• Securities and Exchange Board of India (SEBI).
    • Regulators under the Companies Act.
  6. Ownership and Responsibility: Equity shareholders collectively own the company and are responsible for bearing its risks.
  7. Benefits of Ownership: Shareholders enjoy the rewards, such as profit sharing and potential increase in share value.


Short Pointers:

  1. Purpose: Instruments for raising long-term debt.
  2. Issuers:
    • Companies, Government, Special Purpose Vehicles (SPVs), Other Issuers.
  3. Investors: Both Institutional and Individual investors.
  4. Medium of Issuance:
    • Direct issuance by issuers.
    • Through the Stock Exchange (if listed).
  5. Regulation:
    • Reserve Bank of India (RBI).
    • Securities and Exchange Board of India (SEBI).
    • Regulators under the Companies Act.
  6. Types of Debentures/Bonds:
    • Fully Convertible: Convertible into ordinary shares of the issuing company, with conversion terms specified at issue.
    • Partly Convertible Debentures (PCDs): Partially convertible into ordinary shares under specific terms. The non-convertible part is redeemed like a standard debenture.
    • Non-Convertible Debentures (NCDs): Pure debt instruments, repayable/redeemable at maturity without conversion features.
  7. Nature of Instruments: Can be pure debt or quasi-equity.
  8. Short-term Debt Instruments:
    • Treasury Bills: Issued by the government for periods not exceeding one year.
    • Commercial Papers: Issued by companies for short-term debt.
    • Certificate of Deposit: Issued by banks for short-term debt.

Foreign Currency Bonds

  1. Definition: Bonds issued in a currency different from the issuer’s home country’s currency.
  2. Issuers: Companies, Governments, and Special Purpose Vehicles (SPVs).
  3. Investor Types: Open to both Institutional and Individual investors.
  4. Medium of Issuance:
    • Issued directly by issuers.
    • Available through Stock Exchanges.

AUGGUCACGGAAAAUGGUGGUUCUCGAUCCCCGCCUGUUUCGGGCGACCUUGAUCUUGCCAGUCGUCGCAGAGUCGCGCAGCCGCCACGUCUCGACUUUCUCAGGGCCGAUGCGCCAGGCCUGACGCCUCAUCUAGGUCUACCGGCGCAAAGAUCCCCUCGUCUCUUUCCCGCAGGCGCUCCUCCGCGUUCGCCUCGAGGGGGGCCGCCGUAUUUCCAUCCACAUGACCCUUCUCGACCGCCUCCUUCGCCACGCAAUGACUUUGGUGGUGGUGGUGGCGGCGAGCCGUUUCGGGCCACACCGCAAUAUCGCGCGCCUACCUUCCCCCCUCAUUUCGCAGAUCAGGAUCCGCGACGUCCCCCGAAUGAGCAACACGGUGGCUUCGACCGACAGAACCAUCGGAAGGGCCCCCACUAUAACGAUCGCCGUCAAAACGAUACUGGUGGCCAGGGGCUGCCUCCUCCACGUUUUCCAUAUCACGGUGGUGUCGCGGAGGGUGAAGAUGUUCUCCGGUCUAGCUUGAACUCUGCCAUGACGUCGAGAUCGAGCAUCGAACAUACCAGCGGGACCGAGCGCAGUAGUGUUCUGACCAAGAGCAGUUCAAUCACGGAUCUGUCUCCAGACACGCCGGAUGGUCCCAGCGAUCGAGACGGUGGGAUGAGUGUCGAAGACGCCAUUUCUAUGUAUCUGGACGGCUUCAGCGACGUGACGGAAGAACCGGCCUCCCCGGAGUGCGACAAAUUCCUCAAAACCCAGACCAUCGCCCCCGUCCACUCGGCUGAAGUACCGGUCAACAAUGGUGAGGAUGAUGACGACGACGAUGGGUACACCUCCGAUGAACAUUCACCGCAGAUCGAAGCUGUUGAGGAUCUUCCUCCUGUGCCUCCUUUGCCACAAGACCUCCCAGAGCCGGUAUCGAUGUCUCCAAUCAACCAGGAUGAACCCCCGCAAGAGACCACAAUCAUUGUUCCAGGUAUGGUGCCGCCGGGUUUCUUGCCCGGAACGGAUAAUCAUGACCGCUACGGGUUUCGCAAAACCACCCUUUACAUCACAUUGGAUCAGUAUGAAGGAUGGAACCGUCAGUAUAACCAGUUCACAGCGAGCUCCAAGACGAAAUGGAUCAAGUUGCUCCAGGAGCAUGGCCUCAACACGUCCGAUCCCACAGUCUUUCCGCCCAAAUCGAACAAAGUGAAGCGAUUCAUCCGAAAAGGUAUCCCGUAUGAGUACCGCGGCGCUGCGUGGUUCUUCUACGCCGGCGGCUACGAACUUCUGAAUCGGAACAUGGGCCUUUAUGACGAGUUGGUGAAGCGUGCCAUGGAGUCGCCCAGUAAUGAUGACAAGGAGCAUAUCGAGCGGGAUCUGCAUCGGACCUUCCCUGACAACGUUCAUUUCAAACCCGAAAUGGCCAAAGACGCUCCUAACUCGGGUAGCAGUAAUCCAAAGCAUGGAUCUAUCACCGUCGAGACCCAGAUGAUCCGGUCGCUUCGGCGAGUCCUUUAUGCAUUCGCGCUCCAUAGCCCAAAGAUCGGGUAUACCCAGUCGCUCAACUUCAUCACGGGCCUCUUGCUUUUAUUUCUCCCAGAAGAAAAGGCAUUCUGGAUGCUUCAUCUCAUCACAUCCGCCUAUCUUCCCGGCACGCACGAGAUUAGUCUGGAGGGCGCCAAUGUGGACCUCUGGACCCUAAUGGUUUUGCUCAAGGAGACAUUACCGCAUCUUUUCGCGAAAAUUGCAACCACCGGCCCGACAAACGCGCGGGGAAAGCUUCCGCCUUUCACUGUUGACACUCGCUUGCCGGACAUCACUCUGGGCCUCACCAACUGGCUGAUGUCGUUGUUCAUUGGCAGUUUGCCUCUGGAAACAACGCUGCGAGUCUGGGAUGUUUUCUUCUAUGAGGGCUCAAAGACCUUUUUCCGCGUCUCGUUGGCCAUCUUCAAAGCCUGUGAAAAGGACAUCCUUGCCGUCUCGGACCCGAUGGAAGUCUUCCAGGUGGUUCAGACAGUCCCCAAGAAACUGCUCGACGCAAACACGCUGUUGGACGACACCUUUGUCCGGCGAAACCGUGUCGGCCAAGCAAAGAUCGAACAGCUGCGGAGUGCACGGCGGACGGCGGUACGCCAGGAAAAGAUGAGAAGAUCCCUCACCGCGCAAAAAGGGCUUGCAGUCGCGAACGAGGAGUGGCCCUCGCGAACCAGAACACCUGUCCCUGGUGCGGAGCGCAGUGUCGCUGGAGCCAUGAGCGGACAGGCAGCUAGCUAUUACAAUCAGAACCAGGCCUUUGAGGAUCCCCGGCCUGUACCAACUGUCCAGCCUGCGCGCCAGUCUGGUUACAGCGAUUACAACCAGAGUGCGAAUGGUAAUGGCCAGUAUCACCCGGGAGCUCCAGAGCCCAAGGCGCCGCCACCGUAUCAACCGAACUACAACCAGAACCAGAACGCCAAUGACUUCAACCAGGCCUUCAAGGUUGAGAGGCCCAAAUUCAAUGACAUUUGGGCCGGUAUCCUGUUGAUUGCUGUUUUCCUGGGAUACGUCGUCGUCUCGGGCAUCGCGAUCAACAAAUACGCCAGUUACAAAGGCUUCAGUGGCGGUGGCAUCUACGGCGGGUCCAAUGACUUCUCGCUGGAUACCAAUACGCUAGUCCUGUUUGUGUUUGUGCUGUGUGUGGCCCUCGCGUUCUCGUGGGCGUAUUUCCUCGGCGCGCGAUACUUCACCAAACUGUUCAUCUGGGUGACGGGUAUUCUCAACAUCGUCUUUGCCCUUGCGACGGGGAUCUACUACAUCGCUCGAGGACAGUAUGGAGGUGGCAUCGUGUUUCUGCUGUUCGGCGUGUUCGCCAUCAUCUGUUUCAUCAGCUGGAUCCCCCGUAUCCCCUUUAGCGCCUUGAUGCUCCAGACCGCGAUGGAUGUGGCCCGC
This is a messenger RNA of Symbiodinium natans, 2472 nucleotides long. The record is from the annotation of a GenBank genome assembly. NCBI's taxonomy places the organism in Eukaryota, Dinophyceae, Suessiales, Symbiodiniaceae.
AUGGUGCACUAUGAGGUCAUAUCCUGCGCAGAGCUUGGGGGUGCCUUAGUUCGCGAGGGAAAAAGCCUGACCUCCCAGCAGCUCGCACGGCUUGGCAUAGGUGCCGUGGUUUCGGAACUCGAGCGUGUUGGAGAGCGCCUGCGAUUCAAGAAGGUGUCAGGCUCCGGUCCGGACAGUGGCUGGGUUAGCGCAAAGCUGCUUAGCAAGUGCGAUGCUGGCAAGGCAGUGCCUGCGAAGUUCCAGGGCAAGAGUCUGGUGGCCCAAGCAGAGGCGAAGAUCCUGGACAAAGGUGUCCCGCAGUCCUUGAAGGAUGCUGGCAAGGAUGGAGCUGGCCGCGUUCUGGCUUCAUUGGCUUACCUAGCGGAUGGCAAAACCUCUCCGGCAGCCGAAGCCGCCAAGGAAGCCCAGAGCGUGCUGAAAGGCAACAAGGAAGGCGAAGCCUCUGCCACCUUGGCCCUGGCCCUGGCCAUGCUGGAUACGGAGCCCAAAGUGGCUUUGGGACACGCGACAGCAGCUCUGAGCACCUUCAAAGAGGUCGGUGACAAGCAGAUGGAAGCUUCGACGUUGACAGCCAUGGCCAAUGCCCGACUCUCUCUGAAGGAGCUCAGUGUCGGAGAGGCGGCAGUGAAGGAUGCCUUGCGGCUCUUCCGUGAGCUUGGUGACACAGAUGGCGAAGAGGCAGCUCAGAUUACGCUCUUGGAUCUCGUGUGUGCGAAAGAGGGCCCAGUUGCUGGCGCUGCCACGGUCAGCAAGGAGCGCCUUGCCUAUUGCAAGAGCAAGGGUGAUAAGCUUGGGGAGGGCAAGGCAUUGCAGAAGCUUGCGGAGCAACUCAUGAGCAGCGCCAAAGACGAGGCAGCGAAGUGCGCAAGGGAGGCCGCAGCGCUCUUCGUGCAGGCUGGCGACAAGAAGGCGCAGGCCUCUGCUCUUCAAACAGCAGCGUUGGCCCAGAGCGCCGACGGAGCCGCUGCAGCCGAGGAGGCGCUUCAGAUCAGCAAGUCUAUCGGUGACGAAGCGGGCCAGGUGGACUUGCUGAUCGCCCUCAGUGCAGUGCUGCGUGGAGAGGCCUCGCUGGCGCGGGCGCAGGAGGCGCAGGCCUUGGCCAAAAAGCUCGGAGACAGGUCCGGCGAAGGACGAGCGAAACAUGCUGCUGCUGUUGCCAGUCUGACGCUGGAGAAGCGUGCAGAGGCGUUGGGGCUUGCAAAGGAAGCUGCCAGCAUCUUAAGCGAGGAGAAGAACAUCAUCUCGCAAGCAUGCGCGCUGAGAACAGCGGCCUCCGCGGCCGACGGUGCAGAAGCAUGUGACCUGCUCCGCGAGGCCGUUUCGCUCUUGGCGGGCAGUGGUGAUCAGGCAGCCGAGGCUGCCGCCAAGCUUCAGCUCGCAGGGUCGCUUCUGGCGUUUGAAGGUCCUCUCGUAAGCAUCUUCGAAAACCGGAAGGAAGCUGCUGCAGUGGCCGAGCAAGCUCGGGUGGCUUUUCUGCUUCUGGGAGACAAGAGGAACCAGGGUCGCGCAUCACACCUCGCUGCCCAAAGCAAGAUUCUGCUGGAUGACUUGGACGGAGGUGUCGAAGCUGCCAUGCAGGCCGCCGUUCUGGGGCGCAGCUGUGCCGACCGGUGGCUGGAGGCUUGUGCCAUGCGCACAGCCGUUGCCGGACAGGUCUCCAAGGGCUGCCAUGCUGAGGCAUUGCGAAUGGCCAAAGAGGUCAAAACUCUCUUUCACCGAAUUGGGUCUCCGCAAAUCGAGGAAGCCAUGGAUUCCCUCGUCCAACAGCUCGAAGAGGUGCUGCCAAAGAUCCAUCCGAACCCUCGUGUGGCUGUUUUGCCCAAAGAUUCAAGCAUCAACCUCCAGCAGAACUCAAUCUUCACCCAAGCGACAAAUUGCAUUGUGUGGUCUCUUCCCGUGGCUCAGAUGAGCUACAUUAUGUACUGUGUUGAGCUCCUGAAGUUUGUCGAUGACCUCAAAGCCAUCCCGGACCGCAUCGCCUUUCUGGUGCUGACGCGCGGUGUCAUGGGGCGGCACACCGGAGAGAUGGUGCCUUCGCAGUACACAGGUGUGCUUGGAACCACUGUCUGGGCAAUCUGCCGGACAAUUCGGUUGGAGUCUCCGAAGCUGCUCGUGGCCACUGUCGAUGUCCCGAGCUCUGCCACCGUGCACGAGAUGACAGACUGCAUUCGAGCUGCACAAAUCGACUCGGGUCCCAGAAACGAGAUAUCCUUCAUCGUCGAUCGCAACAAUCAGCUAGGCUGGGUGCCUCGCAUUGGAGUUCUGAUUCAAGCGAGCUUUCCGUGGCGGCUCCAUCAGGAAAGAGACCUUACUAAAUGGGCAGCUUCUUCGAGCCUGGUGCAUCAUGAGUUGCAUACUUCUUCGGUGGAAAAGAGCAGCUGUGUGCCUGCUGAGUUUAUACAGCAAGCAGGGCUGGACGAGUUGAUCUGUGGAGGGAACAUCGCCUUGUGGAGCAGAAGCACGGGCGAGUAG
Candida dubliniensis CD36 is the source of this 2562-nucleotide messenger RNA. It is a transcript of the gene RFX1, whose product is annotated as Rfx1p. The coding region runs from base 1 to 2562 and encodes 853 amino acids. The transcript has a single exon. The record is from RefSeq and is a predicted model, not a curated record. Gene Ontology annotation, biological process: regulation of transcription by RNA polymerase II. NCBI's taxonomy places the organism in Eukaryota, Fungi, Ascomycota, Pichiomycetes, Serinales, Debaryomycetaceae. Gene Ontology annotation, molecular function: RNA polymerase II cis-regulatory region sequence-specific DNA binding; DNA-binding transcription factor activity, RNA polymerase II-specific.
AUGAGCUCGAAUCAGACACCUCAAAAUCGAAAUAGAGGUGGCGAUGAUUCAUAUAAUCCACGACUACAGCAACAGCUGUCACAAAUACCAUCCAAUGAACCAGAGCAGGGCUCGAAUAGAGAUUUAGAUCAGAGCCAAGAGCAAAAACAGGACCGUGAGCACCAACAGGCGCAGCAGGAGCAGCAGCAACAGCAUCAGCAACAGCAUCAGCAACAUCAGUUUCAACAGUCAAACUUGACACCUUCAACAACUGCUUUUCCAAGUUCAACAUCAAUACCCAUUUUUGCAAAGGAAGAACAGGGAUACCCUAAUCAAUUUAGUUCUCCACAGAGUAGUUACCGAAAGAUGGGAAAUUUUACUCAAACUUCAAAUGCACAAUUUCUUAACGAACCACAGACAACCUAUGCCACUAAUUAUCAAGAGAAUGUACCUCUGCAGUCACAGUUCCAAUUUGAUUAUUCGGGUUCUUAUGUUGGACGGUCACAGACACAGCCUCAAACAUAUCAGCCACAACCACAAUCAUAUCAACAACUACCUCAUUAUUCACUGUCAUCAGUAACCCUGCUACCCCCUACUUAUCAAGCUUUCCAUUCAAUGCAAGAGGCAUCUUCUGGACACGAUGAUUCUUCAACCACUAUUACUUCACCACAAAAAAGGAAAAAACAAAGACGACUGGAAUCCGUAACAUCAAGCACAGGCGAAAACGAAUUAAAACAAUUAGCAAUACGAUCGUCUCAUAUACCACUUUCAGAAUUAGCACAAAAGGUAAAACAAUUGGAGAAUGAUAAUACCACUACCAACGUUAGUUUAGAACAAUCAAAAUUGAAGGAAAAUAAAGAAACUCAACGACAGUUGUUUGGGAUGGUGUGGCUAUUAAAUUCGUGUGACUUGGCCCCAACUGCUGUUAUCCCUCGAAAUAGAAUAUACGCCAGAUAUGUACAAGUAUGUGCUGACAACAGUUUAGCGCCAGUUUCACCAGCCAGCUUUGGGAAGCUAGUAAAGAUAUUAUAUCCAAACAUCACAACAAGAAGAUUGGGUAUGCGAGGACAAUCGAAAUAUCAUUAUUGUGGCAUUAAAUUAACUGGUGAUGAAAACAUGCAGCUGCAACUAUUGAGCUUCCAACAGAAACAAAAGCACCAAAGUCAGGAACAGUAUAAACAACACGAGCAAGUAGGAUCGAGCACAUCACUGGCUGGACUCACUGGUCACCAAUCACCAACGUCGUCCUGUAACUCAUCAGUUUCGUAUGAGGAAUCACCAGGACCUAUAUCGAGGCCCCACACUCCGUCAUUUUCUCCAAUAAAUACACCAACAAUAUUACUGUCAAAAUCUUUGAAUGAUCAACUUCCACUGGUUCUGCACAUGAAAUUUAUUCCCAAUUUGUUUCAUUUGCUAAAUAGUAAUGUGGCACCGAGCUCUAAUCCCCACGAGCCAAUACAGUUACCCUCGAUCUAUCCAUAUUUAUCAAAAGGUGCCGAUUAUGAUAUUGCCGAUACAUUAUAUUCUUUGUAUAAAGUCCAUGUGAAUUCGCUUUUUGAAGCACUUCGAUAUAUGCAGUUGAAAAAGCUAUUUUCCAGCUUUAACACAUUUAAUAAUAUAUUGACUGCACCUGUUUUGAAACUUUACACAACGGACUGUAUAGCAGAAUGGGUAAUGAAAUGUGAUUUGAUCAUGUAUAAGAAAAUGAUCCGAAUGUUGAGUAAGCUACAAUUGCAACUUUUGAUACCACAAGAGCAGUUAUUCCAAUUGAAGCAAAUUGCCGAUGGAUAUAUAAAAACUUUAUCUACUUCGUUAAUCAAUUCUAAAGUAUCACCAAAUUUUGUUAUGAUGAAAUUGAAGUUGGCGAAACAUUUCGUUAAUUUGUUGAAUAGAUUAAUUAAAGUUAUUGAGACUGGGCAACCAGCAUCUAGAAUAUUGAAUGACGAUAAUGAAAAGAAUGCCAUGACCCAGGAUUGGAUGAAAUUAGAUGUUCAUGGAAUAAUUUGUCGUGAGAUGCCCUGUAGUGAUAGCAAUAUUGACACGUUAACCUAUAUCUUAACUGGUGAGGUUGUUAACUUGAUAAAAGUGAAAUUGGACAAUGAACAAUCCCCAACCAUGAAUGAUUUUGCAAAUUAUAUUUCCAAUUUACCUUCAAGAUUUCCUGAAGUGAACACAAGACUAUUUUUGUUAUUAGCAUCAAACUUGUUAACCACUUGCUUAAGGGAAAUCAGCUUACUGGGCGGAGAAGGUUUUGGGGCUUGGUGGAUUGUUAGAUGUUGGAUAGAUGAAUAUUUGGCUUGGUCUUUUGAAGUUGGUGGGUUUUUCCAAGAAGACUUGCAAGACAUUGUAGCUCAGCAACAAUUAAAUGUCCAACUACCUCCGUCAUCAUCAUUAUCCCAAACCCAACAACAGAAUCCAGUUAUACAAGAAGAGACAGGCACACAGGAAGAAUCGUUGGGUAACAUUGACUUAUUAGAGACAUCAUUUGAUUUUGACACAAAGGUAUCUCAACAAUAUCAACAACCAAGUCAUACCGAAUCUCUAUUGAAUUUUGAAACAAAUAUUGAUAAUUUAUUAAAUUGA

5. Regulatory Authority: Governed by regulators in the respective country of issue.
  6. Example: Delhi International Airport Limited (a GMR Infrastructure Ltd SPV) issued USD bonds in February 2020.
  7. Conversion Feature: May include an option to convert into shares, depending on issuer/investor preferences.
  8. Popularity in Emerging Markets: Often preferred due to lower interest rates in mature economies’ currencies like USD.
  9. Foreign Currency Risk:
    • Significant risk for the issuer.
    • If the bond’s currency appreciates against the local currency, repayment becomes more expensive in local terms.

External Bonds / Masala Bonds

  1. External Bonds (Euro Bonds):
    • Bonds issued in a currency different from the country’s currency where they are issued.
    • Example: USD-denominated bonds issued in Kuwait.
  2. Masala Bonds:
    • Specific type of external bonds, denominated in Indian Rupees (INR).
    • Issued outside India but in INR.
    • First issued in November 2014 by International Finance Corporation, listed on the London Stock Exchange.
  3. Issuers: Companies, Governments, and Special Purpose Vehicles (SPVs).
  4. Investors: Both Institutional and Individual investors.
  5. Medium of Issuance:
    • Directly by issuers.
    • Through Stock Exchanges.
  6. Regulatory Body: Overseen by regulators in the country of issue.
  7. Currency Risk:
    • In foreign currency bonds, the issuer bears the currency risk.
    • In Masala bonds, the currency risk is borne by the investor, as the bonds are INR-denominated.
    • If INR depreciates against the currency of the country of issue, investors receive less in their local currency.

Warrants and Convertible Warrants

  1. Definition of Warrants: Options that give the investor the right to buy equity shares of the issuing company.
  2. Time and Price Conditions: Purchase can be made after a specific time period, at a pre-set price.
  3. Issuers: Primarily issued by companies.